Icy Images

by Arlene McKanic on March 16, 2006 for the Queens Times Ledger

Queens Times Ledger 5-16-06

Hall of Science at Flushing Meadows Corona Park hosts exhibit of Antarctica photos.

Photographer Holly Gordon’s shot of “Icescape: Charcot Bay,” shows a soft day in Antarctica. The sky is gray, the sea is gray and full of lumps of gray ice.

“I felt like I was floating in a frozen Margarita,” Gordon remembers. “The air was so moist, the snowflakes were these big pillows. They would float down and melt.” She went on an expedition to Antarctica in 2000 and the photographs she took on that trip are now on display at the Le Croy Gallery at the Hall of Science in Flushing Meadows Corona Park.

The predominant colors in the photos are blue, white and black, and the exceptions tend to grab the eye. A lovely, lonely photo of the most southern post office in the British Empire – Antarctica is administered by several powers – shows a gray building with a bright red door on a rocky promontory. In another shot, a refugio is a distant dab of color among gray rocks. The rare, Arizona-esque mesas of James Ross Island are black and the patches of green at their feet are actually algae and lichen.

Gordon’s photos of penguins, some in close-up, are as intimate as portraits of loved friends and relations. There are Gentoos, dopey-cute Adelies, Chinstraps with a very thin line of black under their chins. One picture shows a misplaced Macaroni penguin nesting among Chinstraps on Greenwich Island.

The Macaroni, a squat little person whose name comes from the spray of golden feathers on its head, usually nests at another part of Antarctica. In another photo an Adelie penguin gets a drink from a melting chunk of iceberg. (The water around Antarctica is fresh, Gordon explains, because the heavy salt is pulled down from the surface of the cold water.)

“They look like such arthritic little old men on land,” she says with obvious affection. “And yet underwater they fly.”

The penguins’ tuxedo coloring makes them hard to see by predators, like the skua on land and prey, like fish under water. Though the penguins in Gordon’s photos are the usual crisp black and white, she says, “penguins aren’t very clean because they live so close to each other and they poop on each other.” There’s a photo of a penguin heading down a trail that’s more than a bit filthy. Gordon and her fellow visitors were warned not to walk on the trails – not that they’d want to – because they were the penguins’ only access to the life-giving sea.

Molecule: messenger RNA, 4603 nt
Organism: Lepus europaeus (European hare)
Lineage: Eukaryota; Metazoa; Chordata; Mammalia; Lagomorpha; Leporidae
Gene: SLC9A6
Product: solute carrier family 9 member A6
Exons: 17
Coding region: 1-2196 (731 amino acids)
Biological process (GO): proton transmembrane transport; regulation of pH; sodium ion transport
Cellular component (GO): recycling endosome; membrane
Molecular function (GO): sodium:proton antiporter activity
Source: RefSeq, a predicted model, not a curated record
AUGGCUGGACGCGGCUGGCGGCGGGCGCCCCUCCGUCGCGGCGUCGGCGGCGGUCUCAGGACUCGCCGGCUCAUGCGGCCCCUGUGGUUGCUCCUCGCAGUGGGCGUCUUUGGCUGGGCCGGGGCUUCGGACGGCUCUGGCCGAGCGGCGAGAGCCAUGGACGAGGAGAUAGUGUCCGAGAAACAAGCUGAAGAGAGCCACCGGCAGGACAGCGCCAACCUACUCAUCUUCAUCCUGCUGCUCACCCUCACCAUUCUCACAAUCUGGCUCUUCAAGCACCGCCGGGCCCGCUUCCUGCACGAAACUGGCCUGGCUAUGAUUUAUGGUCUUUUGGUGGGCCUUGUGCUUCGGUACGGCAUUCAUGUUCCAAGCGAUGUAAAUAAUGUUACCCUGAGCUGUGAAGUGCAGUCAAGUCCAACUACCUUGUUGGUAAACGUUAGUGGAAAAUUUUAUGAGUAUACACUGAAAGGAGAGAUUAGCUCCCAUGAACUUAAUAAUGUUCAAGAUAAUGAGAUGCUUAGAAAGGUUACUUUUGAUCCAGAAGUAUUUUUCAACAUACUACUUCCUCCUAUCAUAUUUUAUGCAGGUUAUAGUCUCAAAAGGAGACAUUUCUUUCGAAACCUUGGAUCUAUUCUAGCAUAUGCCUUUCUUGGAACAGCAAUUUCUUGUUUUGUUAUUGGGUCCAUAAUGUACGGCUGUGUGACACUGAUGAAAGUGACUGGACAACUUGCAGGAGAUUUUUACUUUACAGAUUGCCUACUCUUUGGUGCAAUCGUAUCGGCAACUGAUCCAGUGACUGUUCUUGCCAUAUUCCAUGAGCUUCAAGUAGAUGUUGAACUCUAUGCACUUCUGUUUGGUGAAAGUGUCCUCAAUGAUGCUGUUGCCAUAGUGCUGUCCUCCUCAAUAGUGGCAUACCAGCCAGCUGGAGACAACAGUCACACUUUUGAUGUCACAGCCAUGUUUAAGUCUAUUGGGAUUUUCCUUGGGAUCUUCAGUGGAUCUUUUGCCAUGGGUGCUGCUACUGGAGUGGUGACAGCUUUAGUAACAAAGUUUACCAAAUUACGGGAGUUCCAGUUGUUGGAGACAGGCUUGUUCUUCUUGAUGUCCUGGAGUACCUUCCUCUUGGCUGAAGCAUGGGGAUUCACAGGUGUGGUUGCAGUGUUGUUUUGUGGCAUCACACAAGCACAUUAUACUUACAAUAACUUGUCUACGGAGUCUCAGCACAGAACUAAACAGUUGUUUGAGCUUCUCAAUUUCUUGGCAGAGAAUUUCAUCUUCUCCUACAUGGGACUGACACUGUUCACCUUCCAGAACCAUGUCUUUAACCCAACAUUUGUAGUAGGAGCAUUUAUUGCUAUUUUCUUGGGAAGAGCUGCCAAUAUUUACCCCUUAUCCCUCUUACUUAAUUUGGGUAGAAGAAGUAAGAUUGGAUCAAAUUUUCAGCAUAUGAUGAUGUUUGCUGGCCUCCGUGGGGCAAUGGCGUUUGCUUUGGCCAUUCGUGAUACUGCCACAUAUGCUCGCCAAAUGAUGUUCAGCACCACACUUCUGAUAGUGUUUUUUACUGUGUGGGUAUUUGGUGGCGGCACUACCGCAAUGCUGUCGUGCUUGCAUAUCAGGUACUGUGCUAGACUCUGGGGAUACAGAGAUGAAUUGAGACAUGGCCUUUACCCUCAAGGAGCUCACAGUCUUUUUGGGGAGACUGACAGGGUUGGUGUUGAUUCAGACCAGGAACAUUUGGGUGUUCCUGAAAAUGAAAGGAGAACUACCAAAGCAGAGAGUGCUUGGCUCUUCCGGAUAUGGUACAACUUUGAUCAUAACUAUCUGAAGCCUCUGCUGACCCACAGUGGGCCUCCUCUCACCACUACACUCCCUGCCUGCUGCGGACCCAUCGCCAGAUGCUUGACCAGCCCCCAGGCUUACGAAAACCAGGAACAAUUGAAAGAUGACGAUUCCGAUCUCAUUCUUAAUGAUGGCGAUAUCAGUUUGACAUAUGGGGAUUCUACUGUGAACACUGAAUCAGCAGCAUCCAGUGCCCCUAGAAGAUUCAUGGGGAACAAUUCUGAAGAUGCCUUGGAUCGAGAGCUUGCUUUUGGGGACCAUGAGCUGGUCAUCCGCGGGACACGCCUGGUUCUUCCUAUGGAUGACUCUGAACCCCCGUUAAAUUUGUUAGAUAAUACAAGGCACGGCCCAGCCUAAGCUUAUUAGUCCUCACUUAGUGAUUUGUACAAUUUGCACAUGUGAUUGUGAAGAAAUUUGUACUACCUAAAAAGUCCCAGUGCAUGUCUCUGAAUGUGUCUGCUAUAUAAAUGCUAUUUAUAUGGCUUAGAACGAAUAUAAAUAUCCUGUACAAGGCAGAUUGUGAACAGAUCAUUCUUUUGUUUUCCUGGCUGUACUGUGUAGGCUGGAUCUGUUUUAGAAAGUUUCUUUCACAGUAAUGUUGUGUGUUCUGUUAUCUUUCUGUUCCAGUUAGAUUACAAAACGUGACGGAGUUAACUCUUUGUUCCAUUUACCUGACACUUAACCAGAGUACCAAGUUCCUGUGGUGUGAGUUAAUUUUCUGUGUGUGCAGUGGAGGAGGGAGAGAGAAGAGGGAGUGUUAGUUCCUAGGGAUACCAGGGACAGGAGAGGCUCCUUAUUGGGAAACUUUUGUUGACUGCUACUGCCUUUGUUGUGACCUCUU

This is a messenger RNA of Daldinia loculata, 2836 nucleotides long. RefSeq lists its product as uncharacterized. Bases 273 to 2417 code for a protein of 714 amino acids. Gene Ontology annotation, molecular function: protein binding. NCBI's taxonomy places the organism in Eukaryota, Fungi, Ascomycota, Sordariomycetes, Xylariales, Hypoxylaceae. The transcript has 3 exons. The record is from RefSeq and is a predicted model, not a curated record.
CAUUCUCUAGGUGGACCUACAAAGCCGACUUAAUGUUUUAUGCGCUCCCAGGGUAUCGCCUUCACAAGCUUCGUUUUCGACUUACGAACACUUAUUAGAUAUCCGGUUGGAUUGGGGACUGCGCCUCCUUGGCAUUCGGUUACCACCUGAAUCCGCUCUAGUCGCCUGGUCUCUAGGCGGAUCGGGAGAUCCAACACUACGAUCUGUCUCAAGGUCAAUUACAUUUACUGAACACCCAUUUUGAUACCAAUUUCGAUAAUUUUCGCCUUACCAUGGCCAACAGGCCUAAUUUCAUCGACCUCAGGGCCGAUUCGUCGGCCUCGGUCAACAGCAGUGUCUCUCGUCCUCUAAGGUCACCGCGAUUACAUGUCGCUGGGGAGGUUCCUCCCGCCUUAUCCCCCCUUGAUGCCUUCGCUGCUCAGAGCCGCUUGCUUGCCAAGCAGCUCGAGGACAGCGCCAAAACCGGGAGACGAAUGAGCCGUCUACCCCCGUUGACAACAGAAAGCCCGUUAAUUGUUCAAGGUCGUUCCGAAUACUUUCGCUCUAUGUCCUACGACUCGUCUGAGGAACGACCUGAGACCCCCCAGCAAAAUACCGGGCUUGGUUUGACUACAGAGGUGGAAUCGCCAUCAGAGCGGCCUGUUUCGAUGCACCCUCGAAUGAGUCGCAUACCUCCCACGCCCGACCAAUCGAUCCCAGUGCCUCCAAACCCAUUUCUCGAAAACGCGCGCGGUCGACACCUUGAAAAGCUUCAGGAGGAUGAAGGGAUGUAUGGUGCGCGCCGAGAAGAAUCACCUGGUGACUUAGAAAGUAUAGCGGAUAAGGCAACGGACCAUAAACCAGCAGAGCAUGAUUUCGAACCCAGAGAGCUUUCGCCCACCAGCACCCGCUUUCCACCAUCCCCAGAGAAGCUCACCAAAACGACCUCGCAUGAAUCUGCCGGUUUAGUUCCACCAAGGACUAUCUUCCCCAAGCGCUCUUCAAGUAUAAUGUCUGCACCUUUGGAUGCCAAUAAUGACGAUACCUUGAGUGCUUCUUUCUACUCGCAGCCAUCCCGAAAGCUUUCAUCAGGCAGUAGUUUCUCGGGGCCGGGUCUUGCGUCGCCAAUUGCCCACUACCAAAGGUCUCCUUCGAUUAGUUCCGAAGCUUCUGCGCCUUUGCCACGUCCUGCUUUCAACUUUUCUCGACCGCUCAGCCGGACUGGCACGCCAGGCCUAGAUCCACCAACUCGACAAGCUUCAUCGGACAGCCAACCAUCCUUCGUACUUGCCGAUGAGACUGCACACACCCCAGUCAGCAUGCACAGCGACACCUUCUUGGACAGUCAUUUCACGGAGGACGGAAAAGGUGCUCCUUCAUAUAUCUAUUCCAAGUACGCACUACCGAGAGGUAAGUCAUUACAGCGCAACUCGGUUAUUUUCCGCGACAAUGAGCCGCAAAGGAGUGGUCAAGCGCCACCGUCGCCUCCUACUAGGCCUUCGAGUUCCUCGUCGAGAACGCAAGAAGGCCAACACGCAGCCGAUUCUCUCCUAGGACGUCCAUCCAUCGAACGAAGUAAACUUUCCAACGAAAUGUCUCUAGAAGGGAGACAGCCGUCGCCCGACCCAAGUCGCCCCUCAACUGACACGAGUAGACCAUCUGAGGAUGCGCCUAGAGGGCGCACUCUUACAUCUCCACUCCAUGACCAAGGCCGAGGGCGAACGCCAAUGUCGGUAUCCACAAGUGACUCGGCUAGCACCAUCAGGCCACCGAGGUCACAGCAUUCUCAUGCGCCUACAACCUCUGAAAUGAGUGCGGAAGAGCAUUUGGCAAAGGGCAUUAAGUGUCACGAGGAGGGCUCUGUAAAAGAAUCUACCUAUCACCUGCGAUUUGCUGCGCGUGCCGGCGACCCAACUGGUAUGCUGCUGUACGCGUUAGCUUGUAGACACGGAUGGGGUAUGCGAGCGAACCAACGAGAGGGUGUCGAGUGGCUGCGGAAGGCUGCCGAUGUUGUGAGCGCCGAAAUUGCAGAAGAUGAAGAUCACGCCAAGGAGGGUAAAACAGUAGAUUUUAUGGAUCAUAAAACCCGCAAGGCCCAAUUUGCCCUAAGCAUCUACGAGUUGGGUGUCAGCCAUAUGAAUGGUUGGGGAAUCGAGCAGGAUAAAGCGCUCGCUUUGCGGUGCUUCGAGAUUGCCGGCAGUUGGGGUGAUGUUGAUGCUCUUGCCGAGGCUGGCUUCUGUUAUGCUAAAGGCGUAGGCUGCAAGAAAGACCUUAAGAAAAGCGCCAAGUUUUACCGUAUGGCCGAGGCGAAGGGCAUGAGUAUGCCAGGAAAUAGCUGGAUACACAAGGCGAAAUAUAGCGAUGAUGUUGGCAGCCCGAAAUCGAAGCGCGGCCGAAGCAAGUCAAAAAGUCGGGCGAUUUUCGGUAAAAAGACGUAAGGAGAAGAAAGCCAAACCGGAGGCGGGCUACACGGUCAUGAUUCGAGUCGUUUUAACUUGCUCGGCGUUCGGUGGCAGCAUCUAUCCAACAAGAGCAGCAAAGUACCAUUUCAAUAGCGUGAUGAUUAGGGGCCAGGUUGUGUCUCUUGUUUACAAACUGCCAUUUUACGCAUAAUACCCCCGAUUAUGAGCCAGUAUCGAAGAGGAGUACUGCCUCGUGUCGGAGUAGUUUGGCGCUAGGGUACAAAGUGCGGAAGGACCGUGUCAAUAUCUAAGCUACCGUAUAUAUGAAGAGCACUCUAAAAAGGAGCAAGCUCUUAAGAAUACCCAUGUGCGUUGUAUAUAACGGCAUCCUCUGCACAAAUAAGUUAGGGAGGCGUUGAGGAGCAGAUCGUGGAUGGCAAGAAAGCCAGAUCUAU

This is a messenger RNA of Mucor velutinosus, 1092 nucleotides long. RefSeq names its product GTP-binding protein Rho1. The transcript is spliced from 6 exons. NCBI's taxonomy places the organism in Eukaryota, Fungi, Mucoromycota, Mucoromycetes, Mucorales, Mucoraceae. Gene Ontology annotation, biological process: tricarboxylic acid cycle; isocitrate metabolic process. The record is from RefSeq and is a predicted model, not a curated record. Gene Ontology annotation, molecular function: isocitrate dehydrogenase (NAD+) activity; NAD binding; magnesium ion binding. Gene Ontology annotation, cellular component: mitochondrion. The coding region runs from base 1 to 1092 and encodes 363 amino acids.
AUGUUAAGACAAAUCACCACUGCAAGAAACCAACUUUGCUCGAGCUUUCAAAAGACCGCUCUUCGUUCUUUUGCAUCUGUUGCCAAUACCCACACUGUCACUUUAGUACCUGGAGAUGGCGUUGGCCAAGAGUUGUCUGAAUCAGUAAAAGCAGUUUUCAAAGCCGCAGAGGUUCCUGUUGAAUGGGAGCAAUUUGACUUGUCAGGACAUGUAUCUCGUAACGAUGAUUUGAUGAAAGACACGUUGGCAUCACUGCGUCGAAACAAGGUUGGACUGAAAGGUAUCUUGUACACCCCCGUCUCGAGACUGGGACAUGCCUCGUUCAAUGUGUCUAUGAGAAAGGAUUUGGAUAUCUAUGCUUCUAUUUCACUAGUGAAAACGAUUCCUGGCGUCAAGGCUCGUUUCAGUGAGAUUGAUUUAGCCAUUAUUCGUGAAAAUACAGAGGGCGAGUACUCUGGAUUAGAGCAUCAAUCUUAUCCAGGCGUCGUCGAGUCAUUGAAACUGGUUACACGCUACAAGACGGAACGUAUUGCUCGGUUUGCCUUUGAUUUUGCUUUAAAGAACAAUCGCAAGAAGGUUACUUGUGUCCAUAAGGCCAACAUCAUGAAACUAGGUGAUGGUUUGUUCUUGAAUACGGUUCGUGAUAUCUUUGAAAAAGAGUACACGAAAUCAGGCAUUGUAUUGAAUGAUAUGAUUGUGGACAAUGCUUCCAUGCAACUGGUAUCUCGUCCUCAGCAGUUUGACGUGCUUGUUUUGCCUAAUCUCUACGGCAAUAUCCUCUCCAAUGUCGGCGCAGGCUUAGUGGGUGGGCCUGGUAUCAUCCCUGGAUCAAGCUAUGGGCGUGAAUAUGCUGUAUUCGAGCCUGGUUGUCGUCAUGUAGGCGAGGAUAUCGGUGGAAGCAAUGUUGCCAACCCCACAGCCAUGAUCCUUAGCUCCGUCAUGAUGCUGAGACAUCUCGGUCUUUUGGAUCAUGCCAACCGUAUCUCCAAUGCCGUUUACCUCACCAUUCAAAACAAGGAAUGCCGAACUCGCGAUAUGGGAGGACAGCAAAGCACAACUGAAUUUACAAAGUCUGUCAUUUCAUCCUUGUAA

“There are 17 species of penguins,” Gordon says. “There are some in Australia and New Zealand, South Africa and the Isabella penguins in the Galapagos.”

Along with the penguins, Gordon captured building-sized, blindingly white icebergs whose blue shadows seem to make them even whiter. Global warming is causing them to melt at an alarming rate and there’s already evidence of pollution in the otherwise pure air. Some 98 percent of the Antarctic is covered with an ice sheet that’s more than 2,000 feet thick. Experts say if it all melted, many coastal areas on earth, including downtown Manhattan most likely, would be submerged.

“Antarctica is the most mountainous place on earth, the coldest, the driest, the windiest,” Gordon says. The continent has four seasons, like everywhere else, though winter is eight months long and spring comes in November with the first ice cutters. Gordon was there during the summer, in time to photograph the last sunset of 1999 in Paradise Bay. Sometimes, she recalls, it was warm enough to wear a light jacket.

The Antarctic sky is a deep, clear, almost indigo blue. “The air here is a gray filter,” says Gordon of New York’s atmosphere, which seemed clear the morning she and the writer visited the exhibit, but is still nothing like Antarctica’s. “It’s the difference between looking through a clear window or a smoky window. The air down there is so pure.”

In case you want to book a trip, be warned that the journey is grueling. Gordon got fairly seasick on the way down, though she says, “I didn’t vomit. I just had to lie down a bit. It’s not a journey for the weak stomached or faint of heart!”

“Antarctica: Journey to the Extreme,” will be at the Hall of Science till March 26.

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